NY Court’s Ruling Against Yeshiva University Should Concern Religious Schools Everywhere

COMMENTARY: The nation’s leading Orthodox Jewish university now appeals to the Supreme Court to vindicate the autonomy of religious institutions.

People walk by the campus of Yeshiva University in New York City on Aug. 30 in New York City. Yeshiva University filed an emergency request Aug. 29 with the Supreme Court asking it to block a judge’s order that requires the university to recognize an LGBTQ student group, because complying with the order 'would violate its sincere religious beliefs about how to form its undergraduate students in Torah values.'
People walk by the campus of Yeshiva University in New York City on Aug. 30 in New York City. Yeshiva University filed an emergency request Aug. 29 with the Supreme Court asking it to block a judge’s order that requires the university to recognize an LGBTQ student group, because complying with the order 'would violate its sincere religious beliefs about how to form its undergraduate students in Torah values.' (photo: Spencer Platt / Getty Images)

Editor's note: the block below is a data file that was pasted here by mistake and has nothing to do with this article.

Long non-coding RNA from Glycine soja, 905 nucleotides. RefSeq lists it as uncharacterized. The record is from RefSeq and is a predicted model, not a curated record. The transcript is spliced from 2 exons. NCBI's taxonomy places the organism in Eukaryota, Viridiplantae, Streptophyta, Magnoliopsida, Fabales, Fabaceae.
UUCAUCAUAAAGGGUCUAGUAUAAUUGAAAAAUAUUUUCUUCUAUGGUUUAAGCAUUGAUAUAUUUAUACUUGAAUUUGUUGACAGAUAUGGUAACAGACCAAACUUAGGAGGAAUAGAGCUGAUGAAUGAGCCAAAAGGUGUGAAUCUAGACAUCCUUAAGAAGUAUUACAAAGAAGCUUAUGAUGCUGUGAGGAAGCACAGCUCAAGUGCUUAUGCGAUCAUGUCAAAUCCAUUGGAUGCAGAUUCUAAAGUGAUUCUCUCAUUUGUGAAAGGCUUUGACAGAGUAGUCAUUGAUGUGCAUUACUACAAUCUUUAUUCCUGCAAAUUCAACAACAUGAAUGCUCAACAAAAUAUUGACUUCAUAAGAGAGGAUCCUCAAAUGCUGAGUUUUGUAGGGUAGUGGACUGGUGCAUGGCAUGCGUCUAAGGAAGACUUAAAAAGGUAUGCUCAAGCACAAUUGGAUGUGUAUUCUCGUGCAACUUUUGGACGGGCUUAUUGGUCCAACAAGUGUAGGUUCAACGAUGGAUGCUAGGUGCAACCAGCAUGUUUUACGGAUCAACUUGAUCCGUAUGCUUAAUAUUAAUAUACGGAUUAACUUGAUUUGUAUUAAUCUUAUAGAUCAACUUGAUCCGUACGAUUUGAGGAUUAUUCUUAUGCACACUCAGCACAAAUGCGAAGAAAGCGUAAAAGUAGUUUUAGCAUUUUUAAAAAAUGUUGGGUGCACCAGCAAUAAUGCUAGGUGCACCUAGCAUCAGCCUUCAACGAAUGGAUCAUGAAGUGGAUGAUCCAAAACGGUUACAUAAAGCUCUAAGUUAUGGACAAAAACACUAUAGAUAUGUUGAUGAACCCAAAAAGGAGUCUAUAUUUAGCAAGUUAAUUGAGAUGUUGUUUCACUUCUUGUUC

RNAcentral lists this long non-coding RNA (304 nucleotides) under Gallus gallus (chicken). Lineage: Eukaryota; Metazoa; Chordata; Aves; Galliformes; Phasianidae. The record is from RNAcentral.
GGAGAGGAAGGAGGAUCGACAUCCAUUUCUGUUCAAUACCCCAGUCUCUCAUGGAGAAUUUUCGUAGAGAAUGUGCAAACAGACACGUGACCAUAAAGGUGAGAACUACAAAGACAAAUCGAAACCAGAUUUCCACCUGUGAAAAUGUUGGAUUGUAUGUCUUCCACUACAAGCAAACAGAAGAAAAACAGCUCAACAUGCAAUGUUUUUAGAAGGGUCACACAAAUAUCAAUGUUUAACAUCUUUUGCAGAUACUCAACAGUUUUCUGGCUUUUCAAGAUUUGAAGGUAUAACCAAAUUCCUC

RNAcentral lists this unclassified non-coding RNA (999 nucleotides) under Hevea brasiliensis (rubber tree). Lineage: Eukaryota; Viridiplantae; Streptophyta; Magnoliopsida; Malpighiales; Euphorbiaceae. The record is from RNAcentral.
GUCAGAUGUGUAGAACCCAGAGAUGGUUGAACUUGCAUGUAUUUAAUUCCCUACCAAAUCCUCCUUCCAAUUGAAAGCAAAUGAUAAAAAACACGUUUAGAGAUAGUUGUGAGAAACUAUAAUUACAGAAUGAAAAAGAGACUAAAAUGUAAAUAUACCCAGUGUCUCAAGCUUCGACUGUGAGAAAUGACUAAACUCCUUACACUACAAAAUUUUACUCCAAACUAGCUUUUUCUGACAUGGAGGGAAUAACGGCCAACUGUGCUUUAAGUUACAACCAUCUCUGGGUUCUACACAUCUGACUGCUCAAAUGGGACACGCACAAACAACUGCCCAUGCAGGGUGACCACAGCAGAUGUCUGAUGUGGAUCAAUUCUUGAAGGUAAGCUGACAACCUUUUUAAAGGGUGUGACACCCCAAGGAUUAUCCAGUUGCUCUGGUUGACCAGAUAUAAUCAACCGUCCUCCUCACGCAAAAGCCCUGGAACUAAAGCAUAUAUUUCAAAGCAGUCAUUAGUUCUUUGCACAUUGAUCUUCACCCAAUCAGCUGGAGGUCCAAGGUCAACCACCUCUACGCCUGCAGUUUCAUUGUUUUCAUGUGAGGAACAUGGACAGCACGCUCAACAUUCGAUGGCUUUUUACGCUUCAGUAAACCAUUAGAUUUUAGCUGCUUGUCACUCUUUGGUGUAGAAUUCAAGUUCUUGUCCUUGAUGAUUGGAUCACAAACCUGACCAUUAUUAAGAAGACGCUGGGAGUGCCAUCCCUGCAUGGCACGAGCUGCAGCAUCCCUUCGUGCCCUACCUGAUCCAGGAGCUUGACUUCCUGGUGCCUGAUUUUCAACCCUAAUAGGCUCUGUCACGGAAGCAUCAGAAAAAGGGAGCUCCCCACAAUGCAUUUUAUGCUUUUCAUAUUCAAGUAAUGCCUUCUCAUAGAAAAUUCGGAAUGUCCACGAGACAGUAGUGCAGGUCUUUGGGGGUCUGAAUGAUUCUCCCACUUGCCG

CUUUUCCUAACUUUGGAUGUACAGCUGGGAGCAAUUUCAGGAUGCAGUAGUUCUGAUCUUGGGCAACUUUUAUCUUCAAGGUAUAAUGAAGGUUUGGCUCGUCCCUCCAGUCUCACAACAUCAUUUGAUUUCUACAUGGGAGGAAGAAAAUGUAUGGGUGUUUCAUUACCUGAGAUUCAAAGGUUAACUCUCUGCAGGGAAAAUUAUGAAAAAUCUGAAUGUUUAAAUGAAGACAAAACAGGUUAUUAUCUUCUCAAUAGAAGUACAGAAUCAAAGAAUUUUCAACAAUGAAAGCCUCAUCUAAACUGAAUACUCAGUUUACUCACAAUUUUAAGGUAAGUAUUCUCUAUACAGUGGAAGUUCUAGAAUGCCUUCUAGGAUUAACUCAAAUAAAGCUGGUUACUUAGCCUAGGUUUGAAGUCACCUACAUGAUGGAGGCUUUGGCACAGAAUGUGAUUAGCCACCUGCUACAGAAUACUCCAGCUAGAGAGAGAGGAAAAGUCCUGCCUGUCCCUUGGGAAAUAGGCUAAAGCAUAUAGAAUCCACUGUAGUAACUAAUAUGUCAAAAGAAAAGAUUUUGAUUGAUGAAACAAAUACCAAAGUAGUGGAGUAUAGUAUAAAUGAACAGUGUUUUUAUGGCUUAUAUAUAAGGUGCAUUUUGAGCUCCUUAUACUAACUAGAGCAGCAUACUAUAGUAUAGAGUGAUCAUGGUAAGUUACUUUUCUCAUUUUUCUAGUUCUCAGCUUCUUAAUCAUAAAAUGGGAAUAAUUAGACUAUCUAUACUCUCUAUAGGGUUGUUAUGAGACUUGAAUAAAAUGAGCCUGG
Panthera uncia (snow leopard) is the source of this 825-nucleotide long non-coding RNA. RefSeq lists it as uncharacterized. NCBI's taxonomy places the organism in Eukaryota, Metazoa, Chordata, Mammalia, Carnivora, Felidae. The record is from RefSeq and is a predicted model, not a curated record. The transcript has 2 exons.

A group of college students sued the private religious university they attend after it denied their request for official recognition of their undergraduate LGBTQ advocacy club. University officials explained that official recognition of the group would be inconsistent with the school’s religious beliefs.  

In an affront to the school’s religious autonomy, a state court judge ordered it to recognize the club as an official student group entitled to all of the trappings that come with such a designation — use of school facilities, access to funding, etc. Lacking no other recourse, the university has filed an emergency request with the Supreme Court to protect the right to run the school consistent with their religious beliefs.